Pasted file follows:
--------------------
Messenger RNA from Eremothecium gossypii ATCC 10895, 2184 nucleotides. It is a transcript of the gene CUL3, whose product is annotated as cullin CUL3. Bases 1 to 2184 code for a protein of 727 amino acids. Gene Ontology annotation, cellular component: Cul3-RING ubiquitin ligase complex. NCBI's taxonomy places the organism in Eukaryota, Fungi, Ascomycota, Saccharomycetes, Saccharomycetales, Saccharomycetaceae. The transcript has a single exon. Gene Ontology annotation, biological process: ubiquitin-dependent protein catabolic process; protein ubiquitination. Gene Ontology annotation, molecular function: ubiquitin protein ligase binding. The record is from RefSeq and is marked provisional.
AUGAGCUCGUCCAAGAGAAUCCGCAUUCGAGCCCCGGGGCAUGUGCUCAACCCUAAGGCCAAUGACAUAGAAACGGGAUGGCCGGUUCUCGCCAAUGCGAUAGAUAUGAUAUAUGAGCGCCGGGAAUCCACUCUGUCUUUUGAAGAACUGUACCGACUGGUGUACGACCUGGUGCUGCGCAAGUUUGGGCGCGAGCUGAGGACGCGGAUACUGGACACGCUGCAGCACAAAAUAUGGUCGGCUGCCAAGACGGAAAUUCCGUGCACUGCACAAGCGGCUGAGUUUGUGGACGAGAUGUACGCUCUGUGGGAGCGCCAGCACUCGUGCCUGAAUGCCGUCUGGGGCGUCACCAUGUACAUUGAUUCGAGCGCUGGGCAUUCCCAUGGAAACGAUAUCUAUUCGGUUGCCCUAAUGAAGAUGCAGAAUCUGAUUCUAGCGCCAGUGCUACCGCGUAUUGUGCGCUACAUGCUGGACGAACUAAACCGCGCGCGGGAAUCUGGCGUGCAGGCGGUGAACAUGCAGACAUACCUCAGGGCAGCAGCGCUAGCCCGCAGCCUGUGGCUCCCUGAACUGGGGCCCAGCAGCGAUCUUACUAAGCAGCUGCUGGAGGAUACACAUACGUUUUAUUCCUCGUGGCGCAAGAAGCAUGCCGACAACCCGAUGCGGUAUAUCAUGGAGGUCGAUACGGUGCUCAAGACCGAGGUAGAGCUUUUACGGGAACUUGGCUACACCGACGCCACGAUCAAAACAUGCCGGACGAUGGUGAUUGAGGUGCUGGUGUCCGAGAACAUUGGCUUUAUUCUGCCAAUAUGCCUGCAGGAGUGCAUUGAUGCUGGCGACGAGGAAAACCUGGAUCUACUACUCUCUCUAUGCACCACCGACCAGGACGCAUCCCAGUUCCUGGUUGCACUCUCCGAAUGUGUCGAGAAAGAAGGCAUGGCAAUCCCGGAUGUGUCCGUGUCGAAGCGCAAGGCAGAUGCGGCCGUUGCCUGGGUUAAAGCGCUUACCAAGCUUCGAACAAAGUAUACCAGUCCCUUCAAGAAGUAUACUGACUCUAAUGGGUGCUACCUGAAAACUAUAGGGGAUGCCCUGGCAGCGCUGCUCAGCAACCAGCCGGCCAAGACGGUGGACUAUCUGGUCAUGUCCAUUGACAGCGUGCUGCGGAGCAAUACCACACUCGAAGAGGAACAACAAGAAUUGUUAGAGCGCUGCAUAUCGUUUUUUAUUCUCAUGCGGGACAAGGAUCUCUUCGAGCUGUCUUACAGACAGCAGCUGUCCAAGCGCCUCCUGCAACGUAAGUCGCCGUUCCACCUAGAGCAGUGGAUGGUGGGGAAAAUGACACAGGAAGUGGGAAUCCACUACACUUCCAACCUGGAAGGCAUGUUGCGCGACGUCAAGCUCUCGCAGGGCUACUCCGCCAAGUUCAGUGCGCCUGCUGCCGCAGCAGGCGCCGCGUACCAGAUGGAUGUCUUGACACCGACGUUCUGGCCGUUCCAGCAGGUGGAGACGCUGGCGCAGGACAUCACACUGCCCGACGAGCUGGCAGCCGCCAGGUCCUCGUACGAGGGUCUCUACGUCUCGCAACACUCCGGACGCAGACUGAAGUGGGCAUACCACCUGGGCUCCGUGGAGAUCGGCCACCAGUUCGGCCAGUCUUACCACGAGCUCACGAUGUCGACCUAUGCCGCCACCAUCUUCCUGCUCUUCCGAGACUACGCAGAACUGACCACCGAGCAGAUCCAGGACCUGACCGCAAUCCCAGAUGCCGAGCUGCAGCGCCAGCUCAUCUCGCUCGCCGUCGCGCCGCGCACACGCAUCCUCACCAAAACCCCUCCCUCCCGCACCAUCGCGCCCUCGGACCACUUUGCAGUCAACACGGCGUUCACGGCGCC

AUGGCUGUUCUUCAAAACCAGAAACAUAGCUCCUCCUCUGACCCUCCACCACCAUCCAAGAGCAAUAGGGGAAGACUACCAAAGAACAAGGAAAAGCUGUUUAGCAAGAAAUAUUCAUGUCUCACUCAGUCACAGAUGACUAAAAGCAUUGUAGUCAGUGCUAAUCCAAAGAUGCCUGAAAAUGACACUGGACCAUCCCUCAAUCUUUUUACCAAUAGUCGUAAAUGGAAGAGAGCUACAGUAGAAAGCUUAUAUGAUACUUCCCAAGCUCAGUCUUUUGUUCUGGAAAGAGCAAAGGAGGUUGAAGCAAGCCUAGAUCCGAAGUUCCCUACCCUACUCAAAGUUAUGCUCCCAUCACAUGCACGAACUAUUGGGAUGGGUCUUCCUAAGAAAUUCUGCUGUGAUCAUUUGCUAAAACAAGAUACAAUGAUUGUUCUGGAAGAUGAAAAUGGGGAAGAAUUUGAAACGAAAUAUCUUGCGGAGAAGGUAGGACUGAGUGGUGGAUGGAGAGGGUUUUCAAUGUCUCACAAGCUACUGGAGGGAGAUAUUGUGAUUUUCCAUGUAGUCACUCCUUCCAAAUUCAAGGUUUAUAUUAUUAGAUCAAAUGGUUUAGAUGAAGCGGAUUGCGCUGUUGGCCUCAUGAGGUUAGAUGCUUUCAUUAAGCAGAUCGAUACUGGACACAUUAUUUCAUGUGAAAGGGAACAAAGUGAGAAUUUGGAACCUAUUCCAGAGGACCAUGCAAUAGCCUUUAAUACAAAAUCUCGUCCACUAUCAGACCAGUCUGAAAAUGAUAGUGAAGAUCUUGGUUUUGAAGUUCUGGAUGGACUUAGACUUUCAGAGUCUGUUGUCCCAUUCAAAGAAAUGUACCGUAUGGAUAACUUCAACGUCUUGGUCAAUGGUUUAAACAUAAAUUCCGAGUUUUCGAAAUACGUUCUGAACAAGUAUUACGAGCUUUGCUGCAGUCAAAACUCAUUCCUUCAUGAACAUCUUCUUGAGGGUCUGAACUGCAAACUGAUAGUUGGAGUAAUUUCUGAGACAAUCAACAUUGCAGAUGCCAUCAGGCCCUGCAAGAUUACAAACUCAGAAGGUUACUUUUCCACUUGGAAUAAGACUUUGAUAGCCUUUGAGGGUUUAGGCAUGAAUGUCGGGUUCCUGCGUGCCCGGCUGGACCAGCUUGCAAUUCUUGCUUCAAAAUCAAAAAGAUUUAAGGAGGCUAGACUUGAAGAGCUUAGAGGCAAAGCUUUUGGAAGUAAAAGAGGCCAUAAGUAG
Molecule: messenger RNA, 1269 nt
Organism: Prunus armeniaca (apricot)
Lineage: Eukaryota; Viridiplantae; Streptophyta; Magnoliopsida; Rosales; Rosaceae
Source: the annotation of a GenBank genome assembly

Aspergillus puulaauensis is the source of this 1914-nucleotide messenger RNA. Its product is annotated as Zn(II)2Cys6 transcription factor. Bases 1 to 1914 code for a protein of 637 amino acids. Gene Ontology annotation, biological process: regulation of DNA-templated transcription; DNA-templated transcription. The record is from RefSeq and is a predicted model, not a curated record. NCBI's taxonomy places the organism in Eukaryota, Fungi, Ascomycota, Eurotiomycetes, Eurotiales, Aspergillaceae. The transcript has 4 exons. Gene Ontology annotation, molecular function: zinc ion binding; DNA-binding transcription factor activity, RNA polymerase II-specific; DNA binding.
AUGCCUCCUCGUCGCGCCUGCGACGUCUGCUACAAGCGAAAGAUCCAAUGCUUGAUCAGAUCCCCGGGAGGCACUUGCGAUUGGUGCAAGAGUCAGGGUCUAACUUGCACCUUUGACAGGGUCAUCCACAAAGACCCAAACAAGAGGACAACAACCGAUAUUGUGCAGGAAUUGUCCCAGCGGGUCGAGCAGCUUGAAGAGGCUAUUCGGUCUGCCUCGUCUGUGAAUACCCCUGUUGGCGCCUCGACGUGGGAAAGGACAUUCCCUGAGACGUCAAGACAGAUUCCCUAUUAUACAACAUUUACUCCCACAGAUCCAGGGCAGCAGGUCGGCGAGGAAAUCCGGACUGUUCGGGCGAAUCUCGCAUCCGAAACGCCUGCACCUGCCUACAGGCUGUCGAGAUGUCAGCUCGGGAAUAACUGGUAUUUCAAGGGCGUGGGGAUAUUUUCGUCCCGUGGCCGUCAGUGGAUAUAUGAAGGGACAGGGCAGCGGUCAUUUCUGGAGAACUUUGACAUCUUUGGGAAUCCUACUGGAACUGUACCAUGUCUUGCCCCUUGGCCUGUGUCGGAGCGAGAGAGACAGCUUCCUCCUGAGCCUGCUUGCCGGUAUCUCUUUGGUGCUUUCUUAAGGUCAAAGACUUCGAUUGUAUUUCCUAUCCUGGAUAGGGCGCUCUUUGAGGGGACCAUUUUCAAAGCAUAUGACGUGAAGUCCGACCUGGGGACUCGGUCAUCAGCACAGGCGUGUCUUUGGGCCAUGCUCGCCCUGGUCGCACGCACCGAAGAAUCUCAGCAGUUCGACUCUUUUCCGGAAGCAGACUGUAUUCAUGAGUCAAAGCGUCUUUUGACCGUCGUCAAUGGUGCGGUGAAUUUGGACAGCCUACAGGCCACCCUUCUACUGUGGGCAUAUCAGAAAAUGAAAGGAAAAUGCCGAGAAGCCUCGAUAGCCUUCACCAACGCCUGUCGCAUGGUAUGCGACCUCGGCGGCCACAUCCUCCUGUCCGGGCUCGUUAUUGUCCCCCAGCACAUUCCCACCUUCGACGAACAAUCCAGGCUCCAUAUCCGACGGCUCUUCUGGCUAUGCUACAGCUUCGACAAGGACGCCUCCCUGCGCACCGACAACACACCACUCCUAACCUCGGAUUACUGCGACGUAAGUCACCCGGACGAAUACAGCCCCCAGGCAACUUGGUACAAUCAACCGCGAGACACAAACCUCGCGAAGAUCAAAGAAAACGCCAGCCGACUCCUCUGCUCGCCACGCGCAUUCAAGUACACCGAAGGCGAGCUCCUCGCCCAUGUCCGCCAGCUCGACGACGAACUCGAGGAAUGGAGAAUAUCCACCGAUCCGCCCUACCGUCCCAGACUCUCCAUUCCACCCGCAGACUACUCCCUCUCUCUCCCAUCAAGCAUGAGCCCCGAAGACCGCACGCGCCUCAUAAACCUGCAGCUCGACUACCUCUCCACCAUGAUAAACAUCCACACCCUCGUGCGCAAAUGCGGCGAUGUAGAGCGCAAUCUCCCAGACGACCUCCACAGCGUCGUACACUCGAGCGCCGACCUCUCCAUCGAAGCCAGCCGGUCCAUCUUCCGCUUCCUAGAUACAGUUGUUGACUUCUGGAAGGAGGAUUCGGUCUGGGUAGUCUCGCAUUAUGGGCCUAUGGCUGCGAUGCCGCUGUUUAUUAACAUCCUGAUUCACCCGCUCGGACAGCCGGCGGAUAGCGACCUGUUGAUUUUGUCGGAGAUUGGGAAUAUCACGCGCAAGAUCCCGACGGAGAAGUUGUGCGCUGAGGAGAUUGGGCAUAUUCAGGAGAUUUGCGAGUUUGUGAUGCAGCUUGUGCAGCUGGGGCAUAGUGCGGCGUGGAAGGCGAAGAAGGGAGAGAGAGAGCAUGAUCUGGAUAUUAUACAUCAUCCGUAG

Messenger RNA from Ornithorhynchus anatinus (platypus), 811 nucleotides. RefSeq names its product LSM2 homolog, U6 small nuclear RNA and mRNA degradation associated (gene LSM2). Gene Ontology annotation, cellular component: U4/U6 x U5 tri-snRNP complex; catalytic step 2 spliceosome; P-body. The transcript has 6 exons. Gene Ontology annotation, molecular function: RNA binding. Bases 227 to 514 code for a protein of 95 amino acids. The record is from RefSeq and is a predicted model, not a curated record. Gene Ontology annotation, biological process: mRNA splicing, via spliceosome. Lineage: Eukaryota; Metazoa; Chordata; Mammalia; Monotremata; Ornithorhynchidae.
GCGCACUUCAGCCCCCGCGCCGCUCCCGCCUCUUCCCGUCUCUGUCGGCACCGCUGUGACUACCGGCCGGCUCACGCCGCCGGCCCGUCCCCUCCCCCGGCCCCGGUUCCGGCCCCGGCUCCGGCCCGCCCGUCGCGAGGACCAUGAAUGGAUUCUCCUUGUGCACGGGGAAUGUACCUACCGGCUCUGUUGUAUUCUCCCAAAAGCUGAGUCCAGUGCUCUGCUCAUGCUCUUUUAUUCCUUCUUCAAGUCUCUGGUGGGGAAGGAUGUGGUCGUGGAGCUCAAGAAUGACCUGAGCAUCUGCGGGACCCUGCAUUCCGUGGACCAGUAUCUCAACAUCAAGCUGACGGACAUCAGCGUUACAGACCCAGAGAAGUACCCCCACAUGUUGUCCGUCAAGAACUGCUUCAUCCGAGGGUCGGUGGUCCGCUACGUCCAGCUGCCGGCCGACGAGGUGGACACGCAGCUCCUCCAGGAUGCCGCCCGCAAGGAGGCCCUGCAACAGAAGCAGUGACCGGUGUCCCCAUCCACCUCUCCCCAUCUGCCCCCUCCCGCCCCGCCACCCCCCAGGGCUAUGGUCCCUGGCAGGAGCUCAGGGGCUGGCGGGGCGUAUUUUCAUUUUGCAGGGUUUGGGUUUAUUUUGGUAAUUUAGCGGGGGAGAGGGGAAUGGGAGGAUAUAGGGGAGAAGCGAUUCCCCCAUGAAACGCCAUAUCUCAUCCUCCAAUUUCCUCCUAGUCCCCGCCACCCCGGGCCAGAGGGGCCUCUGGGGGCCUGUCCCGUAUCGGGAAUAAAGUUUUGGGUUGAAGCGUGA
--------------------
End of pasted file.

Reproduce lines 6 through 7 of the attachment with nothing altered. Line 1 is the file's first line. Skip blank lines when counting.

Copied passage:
Lineage: Eukaryota; Viridiplantae; Streptophyta; Magnoliopsida; Rosales; Rosaceae
Source: the annotation of a GenBank genome assembly